News: Logistics turnover to Afghans critical for training center
Story by Petty Officer 1st Class Daniel Gay
MEHTAR LAM, Afghanistan - The Afghan National Civil Order Police regional training center in Mehtar Lam is the first training center to be completely transitioned to Afghan control, and the last step was turning over all logistics to the Afghan staff.
The logistics side of the training center provides the students with all the gear they will need to be effective throughout their four-month course.
The supply staff at the ANCOP training center has their hands full as they usually outfit over 250 new students at a time.
“We supply new students with all the equipment that is essential for them to be successful in their training,” said Afghan Col. Abdul Maqsod, the RTC logistics officer. “It is important that we provide the students with everything they need so they don’t feel the need to leave the training center for supplies.”
The coalition forces working with the RTC are advisors only, said U.S. Army 1st Lt. Christina Kalogiros, the regional training center logistics advisor. She explained the Afghans need to be capable of doing everything on their own and that means supplying the center as well.
“It’s important that we as Afghans do all the jobs here, we are Afghans, we understand each other and we know the normal problems that Afghans might have,” said Maqsod. “The coalition forces will not be here forever and we need to be able to run this center by ourselves.”
Kalogiros stressed the importance that, even though the advisors gave them plans to work with, the Afghans come up with their own ideas.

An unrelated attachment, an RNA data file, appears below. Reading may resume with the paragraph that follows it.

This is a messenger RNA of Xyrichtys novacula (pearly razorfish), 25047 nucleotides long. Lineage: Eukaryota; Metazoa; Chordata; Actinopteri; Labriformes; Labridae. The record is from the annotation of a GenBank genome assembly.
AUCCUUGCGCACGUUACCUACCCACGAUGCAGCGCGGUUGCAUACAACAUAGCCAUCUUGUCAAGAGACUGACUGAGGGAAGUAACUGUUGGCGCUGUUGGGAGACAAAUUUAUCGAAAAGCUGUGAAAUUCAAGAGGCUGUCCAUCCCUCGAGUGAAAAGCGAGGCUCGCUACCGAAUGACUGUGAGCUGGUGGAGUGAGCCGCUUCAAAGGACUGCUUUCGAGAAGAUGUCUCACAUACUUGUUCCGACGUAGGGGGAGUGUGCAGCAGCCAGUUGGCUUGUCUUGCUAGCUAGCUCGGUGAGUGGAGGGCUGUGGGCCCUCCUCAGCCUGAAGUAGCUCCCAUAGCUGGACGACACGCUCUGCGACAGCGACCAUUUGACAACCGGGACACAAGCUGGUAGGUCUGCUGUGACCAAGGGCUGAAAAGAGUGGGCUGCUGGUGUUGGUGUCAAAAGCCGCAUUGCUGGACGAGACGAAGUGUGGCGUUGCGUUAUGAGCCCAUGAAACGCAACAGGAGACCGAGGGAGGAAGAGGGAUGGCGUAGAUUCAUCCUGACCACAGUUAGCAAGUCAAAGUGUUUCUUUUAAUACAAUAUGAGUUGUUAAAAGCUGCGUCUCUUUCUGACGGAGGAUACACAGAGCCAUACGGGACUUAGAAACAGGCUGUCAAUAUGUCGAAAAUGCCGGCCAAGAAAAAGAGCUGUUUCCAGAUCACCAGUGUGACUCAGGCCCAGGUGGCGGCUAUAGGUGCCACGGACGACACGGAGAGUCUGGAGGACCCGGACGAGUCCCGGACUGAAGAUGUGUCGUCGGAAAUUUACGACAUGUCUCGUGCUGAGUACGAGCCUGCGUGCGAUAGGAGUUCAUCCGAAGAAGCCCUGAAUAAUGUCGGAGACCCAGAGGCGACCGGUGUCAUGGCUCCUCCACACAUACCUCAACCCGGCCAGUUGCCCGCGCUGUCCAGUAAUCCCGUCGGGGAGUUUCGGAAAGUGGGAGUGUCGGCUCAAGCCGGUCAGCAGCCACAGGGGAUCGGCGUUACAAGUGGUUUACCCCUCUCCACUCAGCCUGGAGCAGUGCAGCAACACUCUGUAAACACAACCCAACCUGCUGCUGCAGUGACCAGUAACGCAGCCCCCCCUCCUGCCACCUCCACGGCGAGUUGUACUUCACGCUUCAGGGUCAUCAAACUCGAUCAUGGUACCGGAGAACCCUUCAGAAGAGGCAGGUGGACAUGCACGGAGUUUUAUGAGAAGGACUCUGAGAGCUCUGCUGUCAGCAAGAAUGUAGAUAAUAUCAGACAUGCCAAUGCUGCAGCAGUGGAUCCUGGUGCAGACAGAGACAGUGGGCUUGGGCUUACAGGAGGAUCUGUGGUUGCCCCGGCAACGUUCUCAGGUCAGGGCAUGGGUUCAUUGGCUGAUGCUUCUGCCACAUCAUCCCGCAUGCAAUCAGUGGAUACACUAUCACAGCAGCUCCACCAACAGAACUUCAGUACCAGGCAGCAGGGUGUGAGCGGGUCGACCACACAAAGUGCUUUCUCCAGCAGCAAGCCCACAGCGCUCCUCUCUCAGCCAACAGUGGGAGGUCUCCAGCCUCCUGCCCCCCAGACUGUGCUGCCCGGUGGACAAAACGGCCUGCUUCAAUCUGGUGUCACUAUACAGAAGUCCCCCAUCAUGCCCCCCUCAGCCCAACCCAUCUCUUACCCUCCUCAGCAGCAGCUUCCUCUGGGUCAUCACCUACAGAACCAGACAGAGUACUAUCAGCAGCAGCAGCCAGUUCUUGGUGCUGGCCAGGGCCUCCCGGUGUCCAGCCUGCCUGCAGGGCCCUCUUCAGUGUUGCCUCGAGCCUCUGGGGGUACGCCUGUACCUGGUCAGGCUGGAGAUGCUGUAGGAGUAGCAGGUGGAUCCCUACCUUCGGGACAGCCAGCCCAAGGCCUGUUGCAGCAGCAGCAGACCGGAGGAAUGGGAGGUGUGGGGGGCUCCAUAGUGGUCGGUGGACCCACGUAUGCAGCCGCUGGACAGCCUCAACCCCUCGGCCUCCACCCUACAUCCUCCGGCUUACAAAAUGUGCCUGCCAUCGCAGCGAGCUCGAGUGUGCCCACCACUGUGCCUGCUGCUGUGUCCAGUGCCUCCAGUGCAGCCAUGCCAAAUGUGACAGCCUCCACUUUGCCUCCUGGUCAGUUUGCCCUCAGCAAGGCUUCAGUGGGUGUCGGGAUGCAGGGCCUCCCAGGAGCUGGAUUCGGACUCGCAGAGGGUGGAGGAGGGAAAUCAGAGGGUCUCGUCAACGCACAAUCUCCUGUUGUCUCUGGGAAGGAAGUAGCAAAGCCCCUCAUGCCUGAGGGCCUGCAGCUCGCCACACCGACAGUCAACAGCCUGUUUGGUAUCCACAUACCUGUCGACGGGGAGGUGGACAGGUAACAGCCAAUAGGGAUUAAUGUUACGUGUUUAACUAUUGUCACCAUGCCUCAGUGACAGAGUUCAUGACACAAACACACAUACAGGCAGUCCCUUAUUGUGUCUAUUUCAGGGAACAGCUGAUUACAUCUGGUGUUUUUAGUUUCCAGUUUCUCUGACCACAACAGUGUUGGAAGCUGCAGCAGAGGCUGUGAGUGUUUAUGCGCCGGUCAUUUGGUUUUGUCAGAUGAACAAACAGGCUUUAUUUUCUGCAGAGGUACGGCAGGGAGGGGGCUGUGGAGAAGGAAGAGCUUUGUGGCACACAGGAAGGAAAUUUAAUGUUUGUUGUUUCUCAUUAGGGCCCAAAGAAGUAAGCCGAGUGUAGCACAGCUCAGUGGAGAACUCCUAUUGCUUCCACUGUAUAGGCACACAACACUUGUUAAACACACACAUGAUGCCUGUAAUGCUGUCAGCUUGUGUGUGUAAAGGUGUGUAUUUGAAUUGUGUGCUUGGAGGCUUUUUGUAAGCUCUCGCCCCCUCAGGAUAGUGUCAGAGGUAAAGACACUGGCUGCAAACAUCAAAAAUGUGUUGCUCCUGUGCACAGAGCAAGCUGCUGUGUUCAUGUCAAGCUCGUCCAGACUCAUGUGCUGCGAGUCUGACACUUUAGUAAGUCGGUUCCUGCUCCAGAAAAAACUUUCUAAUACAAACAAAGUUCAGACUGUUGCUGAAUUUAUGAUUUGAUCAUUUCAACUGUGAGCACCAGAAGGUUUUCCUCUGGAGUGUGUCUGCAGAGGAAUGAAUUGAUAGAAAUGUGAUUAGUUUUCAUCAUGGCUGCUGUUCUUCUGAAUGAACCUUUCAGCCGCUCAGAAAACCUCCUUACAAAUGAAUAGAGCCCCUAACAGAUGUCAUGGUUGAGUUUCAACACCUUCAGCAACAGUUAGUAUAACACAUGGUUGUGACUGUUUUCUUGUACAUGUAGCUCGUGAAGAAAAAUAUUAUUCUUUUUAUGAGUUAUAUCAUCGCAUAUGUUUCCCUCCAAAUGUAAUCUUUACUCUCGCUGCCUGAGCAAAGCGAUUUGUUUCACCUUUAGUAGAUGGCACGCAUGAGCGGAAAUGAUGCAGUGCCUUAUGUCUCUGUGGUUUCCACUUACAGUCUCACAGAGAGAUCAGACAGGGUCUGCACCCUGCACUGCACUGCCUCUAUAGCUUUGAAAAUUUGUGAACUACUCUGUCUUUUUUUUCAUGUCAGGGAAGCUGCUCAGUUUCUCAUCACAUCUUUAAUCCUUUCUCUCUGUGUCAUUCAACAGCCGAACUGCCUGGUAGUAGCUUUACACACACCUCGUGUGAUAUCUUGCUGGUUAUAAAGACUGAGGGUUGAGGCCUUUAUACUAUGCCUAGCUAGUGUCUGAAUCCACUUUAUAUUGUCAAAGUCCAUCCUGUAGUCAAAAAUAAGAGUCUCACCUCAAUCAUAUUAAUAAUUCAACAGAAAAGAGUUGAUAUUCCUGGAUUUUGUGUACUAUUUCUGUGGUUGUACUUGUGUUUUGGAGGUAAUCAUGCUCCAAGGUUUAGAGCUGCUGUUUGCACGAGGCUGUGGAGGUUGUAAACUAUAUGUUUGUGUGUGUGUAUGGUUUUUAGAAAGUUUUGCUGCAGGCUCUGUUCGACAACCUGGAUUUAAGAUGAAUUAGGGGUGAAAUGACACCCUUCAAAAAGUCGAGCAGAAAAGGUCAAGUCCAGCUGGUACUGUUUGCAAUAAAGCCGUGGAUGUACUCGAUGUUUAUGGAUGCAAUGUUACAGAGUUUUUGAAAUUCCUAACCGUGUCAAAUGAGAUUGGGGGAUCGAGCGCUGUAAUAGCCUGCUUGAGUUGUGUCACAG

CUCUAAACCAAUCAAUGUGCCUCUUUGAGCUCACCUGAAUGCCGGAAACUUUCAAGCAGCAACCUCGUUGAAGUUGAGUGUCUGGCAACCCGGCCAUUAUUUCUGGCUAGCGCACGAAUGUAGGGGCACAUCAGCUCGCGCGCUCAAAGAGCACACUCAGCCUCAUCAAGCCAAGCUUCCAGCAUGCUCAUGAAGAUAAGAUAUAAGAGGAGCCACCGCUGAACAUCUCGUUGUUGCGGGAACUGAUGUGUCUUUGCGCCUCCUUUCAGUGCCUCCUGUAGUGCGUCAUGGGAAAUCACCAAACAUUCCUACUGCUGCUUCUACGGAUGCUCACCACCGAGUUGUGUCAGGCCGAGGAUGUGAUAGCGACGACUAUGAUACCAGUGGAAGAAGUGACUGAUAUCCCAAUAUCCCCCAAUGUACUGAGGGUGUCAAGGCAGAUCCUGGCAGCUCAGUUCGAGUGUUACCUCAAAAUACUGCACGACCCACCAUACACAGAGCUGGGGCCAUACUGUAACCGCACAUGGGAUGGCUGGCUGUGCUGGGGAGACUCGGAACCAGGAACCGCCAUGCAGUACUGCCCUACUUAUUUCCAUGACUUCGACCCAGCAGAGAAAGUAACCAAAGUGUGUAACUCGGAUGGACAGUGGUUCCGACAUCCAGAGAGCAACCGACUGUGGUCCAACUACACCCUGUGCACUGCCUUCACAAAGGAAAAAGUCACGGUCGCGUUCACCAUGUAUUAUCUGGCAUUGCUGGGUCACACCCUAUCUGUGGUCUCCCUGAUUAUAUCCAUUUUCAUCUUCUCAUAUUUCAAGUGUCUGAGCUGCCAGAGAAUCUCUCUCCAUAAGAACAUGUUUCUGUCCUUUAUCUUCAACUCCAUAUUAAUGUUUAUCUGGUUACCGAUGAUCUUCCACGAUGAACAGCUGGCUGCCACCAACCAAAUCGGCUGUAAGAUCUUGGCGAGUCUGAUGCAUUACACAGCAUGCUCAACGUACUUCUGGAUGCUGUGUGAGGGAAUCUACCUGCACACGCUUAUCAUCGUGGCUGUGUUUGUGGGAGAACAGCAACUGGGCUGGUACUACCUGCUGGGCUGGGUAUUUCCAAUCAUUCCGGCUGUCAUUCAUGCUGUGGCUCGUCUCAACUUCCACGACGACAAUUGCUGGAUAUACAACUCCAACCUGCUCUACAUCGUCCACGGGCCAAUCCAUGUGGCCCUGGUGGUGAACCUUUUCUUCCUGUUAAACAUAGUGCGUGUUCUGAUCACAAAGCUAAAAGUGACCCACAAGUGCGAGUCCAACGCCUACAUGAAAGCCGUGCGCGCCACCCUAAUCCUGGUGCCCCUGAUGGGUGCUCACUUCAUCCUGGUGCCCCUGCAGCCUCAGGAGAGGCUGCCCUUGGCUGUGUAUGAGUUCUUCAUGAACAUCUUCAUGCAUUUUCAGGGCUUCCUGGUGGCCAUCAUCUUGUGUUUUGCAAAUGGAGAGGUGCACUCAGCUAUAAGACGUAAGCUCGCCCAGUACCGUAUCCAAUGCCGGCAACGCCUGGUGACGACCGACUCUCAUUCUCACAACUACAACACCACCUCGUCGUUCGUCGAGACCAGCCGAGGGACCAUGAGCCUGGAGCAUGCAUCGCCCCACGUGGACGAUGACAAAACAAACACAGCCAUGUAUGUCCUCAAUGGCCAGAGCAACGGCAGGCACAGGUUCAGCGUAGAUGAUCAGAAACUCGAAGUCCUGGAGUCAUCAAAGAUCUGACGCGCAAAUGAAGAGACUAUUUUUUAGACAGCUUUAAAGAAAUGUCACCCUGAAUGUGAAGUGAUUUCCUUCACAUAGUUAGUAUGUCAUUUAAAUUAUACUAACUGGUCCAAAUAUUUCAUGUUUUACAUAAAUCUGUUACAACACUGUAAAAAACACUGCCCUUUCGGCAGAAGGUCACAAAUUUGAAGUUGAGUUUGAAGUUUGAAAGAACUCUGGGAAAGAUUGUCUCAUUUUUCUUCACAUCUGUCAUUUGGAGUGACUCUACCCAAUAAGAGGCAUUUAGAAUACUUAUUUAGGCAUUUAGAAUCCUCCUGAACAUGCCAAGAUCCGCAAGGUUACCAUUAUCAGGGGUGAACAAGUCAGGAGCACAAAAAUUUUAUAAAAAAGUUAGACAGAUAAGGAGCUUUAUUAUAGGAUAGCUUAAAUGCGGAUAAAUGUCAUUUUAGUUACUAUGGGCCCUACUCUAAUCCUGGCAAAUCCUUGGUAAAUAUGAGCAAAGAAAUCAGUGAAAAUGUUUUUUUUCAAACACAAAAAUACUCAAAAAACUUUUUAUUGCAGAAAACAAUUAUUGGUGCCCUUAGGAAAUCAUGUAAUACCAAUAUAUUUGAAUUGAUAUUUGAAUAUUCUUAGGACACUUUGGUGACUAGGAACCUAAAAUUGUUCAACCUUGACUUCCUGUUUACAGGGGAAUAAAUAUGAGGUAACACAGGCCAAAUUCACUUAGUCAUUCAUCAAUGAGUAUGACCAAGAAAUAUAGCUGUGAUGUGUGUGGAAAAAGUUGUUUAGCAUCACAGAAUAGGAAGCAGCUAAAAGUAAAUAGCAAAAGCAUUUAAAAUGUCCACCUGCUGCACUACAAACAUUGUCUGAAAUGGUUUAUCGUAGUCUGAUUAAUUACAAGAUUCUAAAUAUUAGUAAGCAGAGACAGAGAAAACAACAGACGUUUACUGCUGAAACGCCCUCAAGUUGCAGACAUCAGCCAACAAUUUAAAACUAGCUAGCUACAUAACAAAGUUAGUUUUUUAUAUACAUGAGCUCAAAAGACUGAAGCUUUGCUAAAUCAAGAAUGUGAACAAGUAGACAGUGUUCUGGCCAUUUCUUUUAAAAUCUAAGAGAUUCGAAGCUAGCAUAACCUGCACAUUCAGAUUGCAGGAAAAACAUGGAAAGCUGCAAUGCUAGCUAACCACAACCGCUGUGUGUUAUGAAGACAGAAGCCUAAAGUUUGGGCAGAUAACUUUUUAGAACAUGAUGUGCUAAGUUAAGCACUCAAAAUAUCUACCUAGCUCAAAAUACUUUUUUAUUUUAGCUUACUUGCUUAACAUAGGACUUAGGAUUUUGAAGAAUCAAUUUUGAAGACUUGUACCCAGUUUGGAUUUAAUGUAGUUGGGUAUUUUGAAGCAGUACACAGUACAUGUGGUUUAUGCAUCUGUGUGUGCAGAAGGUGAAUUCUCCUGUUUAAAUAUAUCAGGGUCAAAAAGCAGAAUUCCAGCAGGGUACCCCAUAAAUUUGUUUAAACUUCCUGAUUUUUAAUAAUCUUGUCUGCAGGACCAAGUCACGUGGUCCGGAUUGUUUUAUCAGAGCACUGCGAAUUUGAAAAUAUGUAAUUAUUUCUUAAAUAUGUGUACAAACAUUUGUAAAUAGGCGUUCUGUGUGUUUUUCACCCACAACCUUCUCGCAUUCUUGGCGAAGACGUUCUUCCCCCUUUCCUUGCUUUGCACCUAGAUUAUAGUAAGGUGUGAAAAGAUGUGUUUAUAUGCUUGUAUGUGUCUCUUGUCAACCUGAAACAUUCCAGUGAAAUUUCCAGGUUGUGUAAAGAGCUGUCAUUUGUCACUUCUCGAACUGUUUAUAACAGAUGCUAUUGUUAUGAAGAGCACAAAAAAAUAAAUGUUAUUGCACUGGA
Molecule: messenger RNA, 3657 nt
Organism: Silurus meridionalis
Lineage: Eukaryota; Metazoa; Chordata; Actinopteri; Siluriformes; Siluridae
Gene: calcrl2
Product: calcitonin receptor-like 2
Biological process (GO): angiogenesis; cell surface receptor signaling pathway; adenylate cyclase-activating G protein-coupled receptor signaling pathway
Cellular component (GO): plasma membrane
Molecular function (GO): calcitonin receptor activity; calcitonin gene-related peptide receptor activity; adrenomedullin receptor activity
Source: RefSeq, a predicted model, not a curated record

“We originally worked with the Afghans day after day, learning what they needed to do and we helped them create plans that would get the job done, but it was important that they developed their own systems because in the end that is what they will understand and that’s what they know works.”
The Afghan logistics staff understood the importance of thinking on their own.
“We took the ideas and plans from the coalition forces and made them work for us, it was important that we tailored the plans to work the way we needed them to,” said Maqsod.
The logistics area was one of the final areas to be fully turned over to the Afghans, and Kalogiros felt it was one of the most important parts.
“Everything in a transition is important but what it comes down to is that if logistics and supply fail than everything else fails. If the students don’t get the equipment they need the course can’t be run,” said Kalogiros.
Although a coalition team still remains at the training center, their job is minimal.
“Right now we play a very small role, the Afghans run everything all we do is occasionally look over the paper work and offer any advice they may want,” said Kalogiros.
Maqsod feels confident in his department’s ability to run the training center’s logistics.
“Right now we would be ready to take control of this training center, and I know we will be successful in our mission,” said Maqsod
The RTC recently held a graduation of 277 students, the first class to complete training with the center under complete Afghan control.
The training center is located in a part of East Laghman province, and area that Afghan President Hamid Karzai announced would be one of the first areas to transition to full Afghan authority.